food. Open yourself to notice the poetic detail that includes even
the tableware of each serving. In Shinojima, expect your curated
seasonal ingredient multi-course meal to include much of the local
treasures like tako (octopus), fugu (pufferfish), ise-ebi (lobster), tai
(sea bream) and only the freshest seafood imaginable.

Shinojima Beach

A handful of steps from port is “Divine Wind Beach,” referred to as ‘Naiba'(front beach) by locals. Tickle your toes in an elegant walk along the arcing white sand beach about 800 meters in length. Renowned as the cleanest beach in the prefecture, the shallow gentle waters are perfect for families to take a dip with their kids or relax with a bento picnic. If you seek more seclusion, there are cute cosy beaches dotting the island perimeter.

A deeper Connection

Besides being a rich source of physical and spirtual sustenance to residents since at least the Jōmon period, Shinojima has been contributing to Japan in big ways. This includes actually supplying pieces of their island to build mainland castles as well as take precious food off their plate to pay tributes.

Some 67km away sits Nagoya Castle. The walls are supported by granite hewn from this island during Edo times.More significant still may be the powerful bond between Japan’s most sacred shrine, Ise Grand Shrines and Shinojima’s Shinmei Jinja shrine. The origins of which begin about 2000 years ago with a decree from Japan’s 11th Emperor, the legendary Suinin.

The short and sweet story is that Emperor Suiin commanded his daughter to find the perfect location for the dedication to the Sun
Goddess herself, Amaterasu. Named Ise, it’s believed to hold the Sacred
Mirror, one of three special gifts of the gods to Japan’s first Emperor.
Edo times (1603-1867) had travel strictly regulated, reserved to those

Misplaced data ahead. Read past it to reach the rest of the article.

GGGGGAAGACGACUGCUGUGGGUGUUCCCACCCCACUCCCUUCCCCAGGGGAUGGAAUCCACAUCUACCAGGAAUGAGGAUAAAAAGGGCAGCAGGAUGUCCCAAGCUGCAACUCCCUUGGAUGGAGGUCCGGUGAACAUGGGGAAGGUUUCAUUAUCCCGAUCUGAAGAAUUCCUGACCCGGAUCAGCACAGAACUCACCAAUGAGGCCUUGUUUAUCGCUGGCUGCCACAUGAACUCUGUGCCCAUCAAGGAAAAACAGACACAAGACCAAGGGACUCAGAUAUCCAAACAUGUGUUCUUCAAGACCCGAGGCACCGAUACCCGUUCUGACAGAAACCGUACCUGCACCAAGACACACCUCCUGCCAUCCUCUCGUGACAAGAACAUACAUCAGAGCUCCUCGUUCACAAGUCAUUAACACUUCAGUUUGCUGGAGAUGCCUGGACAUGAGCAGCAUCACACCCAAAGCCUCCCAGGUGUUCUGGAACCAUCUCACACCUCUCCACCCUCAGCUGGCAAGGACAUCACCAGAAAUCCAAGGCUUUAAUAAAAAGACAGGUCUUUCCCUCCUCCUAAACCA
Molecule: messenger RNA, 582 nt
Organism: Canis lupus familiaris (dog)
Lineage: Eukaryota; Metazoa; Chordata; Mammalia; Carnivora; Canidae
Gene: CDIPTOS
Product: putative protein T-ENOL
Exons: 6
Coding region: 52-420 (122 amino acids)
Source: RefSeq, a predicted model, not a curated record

that could source a royal Tokugawa shogunate decree. Many used theirs
to pay respects to the Ise Grand Shrines. That’s right, ‘shrines,’ because
it’s actually a complex of 125 Shinto shrines. After Ise, a pilgrim’s journey
was incomplete until crossing Ise Bay by boat to arrive at Shinmei Jinja
shrine. The legend goes further as that same princess, Yamatohime no
Mikoto, tasted sea bream caught around Shinojima and decreed it the
only worthy source for Ise Grand Shrine’s tribute. For 1000 over years
now, 508 hand-selected sea bream are laboriously collected and offered
three times yearly by local fishermen. Today members of Shinojima’s
fishery cooperative association hold down the princess’ wish.

Is this why every 20 years Shinmei Shrine receives the dismantled solid
cypress wood shrine from Ise’s Shikinen Sengū process? As part of the
renewal process, connected to Shinto’s belief of death and renewal,
nothing goes to waste. So much underlines a powerful connection to
this beautiful island.

Shinojima Kanko Hotel Osumi
101 Doyama, Minamichita-cho, Chita-gun 470-3505 Aichi Prefecture


With 28 guest rooms both modern and traditional, Shinojima Kanko Hotel Osumi is an ideal ryokan. Put on a yukata and prepare to heal your weary soul. Rinse off the urban vibes in the traditional bathhouse. After your delicious kaiseki meal, walk uphill behind the hotel to catch the amazing sunset.